Ten Health Benefits of Honey
Discover the health benefits of one of the oldest sweeteners on earth, plus some interesting trivia, some great recipes and a few cautions.
Bees swallow, digest and regurgitate nectar to make honey; this nectar contains almost 600 compounds. We need our bees, so let’s do everything we can to save them and keep them here on this earth.
Honey is so good we have included it in our list of powerfoods that should be in your kitchen right now.
“My son, eat thou honey, for it is good” — King Solomon – Proverbs: 24:13
Honey is so good
1. Prevent cancer and heart disease:
Honey contains flavonoids, antioxidants which help reduce the risk of some cancers and heart disease.
2. Reduce ulcers and other gastrointestinal disorders.
Recent research shows that honey treatment may help disorders such as ulcers and bacterial gastroenteritis. This may be related to the 3rd benefit…
3. Anti-bacterial, anti-fungal, anti-fungal:
“All honey is antibacterial, because the bees add an enzyme that makes hydrogen peroxide,” said Peter Molan, director of the Honey Research Unit at the University of Waikato in New Zealand.
4. Increase athletic performance.
Ancient Olympic athletes would eat honey and dried figs to enhance their performance. This has now been verified with modern studies, showing that it is superior in maintaining glycogen levels and improving recovery time than other sweeteners.
5. Reduce cough and throat irritation:
Honey helps with coughs, particularly buckwheat honey. In a study of 110 children, a single dose of buckwheat honey was just as effective as a single dose of dextromethorphan in relieving nocturnal cough and allowing proper sleep.
6. Balance the 5 elements:
Honey has been used in ayurvedic medicine in India for at least 4000 years and is considered to affect all three of the body’s primitive material imbalances positively. It is also said to be useful useful in improving eyesight, weight loss, curing impotence and premature ejaculation, urinary tract disorders, bronchial asthma, diarrhea, and nausea.
Honey is referred as “Yogavahi” since it has a quality of penetrating the deepest tissues of the body. When honey is used with other herbal preparations, it enhances the medicinal qualities of those preparations and also helps them to reach the deeper tissues.
7. Blood sugar regulation:
Even though honey contains simple sugars, it is NOT the same as white sugar or artificial sweeteners. Its exact combination of fructose and glucose actually helps the body regulate blood sugar levels. Some honeys have a low hypoglycemic index, so they don’t jolt your blood sugar. (Watch this video Sweetener Comparison where I compare stevia, brown rice syrup, honey, molasses and agave, and discuss the strengths and weaknesses of each.)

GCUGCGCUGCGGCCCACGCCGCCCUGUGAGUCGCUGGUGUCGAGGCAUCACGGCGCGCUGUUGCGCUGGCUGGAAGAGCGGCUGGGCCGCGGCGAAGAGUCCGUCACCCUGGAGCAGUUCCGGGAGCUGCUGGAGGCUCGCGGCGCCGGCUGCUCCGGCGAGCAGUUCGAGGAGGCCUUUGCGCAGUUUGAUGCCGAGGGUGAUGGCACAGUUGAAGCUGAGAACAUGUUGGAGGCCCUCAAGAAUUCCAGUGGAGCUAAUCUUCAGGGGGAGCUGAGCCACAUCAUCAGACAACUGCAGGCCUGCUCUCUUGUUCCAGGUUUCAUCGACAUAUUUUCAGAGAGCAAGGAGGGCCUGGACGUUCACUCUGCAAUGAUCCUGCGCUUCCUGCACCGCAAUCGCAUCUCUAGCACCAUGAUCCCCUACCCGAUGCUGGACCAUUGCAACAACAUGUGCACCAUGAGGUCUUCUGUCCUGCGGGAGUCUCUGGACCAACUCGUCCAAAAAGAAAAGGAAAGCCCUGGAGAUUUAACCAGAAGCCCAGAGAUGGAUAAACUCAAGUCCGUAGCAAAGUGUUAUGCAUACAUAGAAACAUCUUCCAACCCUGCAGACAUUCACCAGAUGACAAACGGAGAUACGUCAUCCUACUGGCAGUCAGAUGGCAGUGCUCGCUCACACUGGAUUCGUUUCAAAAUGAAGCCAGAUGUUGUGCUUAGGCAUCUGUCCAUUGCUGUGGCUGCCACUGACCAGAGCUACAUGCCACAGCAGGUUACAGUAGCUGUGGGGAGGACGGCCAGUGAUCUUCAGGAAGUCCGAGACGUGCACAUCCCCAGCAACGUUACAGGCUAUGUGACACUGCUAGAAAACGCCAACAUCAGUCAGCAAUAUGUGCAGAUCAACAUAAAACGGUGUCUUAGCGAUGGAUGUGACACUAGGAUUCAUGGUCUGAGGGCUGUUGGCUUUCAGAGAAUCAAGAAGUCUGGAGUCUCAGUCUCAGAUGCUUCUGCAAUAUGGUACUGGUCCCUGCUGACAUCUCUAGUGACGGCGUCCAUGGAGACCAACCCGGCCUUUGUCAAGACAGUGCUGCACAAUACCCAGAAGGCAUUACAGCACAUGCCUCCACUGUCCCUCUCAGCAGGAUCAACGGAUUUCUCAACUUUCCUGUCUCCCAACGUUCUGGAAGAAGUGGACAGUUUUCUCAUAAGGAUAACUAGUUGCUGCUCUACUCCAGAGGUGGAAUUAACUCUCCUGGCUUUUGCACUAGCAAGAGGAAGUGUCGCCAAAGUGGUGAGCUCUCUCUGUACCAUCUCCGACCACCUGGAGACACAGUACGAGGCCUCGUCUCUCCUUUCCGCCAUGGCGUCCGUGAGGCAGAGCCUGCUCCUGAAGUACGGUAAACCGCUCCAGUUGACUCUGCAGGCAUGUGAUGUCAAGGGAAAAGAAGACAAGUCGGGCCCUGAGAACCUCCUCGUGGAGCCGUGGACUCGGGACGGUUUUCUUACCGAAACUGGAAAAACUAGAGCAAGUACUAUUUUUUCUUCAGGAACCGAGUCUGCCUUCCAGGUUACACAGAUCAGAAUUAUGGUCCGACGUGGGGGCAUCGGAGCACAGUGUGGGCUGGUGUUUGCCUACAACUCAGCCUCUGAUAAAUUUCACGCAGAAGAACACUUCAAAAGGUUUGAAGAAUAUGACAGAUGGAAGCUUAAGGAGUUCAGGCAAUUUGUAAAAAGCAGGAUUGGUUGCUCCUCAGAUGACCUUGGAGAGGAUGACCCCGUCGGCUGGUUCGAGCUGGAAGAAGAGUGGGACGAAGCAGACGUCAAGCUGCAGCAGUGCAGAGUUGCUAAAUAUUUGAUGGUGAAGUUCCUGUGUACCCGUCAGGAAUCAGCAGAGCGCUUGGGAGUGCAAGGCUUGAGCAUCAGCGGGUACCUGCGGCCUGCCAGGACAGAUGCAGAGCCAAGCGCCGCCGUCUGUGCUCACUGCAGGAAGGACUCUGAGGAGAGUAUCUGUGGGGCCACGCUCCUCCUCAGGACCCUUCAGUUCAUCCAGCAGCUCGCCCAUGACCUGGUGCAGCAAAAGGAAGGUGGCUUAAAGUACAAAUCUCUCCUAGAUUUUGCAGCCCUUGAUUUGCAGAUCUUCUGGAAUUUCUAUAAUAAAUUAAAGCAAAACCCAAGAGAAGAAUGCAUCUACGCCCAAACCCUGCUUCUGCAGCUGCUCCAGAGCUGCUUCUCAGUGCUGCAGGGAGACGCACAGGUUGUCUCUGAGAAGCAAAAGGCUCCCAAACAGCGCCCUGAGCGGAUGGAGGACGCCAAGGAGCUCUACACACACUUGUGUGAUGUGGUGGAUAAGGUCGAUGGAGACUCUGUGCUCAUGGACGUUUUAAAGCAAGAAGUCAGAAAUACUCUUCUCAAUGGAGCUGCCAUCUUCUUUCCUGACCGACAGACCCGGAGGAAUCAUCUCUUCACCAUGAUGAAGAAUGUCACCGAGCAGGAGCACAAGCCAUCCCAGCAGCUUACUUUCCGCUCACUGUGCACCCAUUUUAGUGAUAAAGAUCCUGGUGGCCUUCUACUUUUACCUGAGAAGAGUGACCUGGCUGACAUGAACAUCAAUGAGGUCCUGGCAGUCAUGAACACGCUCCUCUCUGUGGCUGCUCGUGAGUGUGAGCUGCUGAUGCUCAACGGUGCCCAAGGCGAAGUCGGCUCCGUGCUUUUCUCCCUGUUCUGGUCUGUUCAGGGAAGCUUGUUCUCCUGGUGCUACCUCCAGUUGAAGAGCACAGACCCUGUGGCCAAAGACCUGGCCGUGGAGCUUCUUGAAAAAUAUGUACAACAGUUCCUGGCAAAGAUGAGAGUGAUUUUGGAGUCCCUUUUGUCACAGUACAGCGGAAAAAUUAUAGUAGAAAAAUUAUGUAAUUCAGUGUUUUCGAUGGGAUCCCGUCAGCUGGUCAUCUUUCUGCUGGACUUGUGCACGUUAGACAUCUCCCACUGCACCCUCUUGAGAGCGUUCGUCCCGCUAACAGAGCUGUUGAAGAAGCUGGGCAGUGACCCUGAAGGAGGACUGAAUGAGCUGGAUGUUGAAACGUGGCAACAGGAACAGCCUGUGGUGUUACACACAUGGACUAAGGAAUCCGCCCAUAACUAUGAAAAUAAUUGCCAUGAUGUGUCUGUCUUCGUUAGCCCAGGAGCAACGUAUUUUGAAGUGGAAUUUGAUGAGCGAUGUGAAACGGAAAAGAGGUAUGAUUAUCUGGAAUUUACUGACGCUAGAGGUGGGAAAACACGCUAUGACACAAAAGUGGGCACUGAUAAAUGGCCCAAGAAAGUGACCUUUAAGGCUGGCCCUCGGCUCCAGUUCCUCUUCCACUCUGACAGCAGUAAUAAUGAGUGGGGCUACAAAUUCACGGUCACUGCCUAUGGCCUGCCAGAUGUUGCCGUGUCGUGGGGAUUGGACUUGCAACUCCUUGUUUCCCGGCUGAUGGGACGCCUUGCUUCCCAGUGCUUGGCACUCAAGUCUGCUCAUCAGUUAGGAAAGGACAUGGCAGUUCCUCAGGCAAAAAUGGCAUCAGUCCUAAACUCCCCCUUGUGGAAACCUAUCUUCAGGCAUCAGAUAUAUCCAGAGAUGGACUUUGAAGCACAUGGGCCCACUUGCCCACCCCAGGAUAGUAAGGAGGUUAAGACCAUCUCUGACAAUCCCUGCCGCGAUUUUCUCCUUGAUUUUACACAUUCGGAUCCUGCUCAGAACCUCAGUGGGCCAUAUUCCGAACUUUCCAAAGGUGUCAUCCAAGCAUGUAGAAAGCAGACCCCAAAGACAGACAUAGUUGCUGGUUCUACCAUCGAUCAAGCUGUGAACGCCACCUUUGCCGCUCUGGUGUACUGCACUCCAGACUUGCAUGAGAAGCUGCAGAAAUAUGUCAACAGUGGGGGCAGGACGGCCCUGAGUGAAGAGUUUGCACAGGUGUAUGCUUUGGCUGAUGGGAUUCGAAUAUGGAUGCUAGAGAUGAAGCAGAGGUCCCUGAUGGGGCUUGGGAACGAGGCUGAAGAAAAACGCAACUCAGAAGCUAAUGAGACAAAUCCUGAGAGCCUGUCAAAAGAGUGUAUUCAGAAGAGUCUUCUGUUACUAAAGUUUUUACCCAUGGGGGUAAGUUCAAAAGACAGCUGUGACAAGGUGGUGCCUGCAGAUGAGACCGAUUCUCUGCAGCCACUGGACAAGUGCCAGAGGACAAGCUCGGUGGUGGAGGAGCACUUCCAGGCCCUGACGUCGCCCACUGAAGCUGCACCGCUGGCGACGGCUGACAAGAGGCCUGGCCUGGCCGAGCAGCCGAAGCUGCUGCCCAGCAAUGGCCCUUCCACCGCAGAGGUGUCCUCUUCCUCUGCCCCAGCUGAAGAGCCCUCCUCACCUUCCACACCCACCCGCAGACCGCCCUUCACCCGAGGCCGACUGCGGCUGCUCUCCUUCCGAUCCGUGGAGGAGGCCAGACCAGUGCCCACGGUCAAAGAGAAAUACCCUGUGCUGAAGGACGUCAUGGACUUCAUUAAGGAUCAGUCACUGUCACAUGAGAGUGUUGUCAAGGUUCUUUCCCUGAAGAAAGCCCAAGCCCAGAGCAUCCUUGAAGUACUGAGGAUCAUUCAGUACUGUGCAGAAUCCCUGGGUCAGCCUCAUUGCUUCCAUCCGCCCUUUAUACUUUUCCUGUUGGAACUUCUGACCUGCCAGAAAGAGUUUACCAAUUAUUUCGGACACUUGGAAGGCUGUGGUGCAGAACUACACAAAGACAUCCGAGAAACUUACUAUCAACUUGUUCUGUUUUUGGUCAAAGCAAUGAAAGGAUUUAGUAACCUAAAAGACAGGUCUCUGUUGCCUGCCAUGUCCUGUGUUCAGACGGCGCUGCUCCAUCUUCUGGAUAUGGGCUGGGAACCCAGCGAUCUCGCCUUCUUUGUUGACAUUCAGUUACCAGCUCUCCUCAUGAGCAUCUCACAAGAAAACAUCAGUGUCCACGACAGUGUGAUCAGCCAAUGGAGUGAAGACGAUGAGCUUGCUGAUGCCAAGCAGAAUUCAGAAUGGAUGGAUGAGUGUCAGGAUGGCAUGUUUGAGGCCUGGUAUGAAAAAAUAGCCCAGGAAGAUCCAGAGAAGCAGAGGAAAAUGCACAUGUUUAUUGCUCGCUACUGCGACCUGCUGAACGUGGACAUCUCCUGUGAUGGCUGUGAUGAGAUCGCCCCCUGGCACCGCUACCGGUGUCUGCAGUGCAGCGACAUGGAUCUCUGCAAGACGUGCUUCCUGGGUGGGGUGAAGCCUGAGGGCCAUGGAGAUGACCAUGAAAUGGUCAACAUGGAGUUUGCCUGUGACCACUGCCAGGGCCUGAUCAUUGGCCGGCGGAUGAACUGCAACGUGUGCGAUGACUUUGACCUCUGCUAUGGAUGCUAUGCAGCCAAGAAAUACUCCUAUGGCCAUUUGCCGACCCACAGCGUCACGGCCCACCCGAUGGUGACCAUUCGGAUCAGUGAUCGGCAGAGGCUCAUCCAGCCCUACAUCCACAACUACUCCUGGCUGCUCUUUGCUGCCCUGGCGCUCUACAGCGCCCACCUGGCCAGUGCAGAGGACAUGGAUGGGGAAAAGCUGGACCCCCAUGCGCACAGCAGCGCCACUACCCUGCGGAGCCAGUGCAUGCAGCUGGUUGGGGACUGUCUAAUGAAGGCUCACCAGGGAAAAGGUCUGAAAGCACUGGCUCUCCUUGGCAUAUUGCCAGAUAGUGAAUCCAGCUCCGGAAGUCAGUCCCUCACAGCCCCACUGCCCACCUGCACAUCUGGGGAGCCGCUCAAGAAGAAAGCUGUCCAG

8. Heal wounds and burns:
External application of honey has been shown to be as effective as conventional treatment with silver sulfadiazene. It is speculated that the drying effect of the simple sugars and honey’s anti-bacterial nature combine to create this effect.
Some varieties of honey possess large amounts of friendly bacteria. This includes up to 6 species of lactobacilli and 4 species of bifidobacteria. This may explain many of the “mysterious therapeutic properties of honey.”
10. Beautiful skin:
Its anti-bacterial qualities are particularly useful for the skin, and, when used with the other ingredients, can also be moisturizing and nourishing! For a powerful home beauty treatment for which you probably have all the ingredients in your kitchen already, read Carrot Face Mask.
Different honeys have different flavonoid profiles, depending on the floral source of the nectar.
Types of Honey (most popular)
– Orange Blossom
There are at least 40 types – each one has distinctive taste and unique properties.
Darker honey tends to have higher antioxidant levels.
Monofloral honey (honey from a single plant species) usually has the lowest glycemic index (GI). For example, locust honey from the Black Locust tree has a GI of 32. Clover honey, which is used commercially, has the highest glycemic index at 69.
If you want to get the goodness from your honey, make sure it is pure and raw.
Raw honey contains vitamins, minerals and enzymes not present in refined honey.
Best not to feed to infants. Spores of Clostridium botulinum have been found in a small percentage of honey in North America. This is not dangerous to adults and older children, but infants can have a serious reaction of illness in the first year. Do not add honey to baby food or use as a soother to quiet a fussy or colicky baby. Most honey is not contaminated with the bacteria causing infant botulism, but it’s still best not to take the chance.
Honey is a sugar, so do not eat jars full of it if you value your good health and want to maintain a healthy weight. It has a high caloric value and will put you on a sugar high and low.
To cook with honey or not: There is some controversy about cooking with honey, although I cannot substantiate it from all of my research about honey.
“…when honey is heated above 108 degrees Fahrenheit, it becomes transformed into a glue-like substance that is extremely difficult to digest. This substance is considered a toxin (ama), since it adheres to the tissues of the body and is very difficult to remove.” (quote from the Ayurveda Wellness Center)
That said, I am not convinced that we should not cook with honey, although I am not using it in most of my cooked recipes until I get to the bottom of this.
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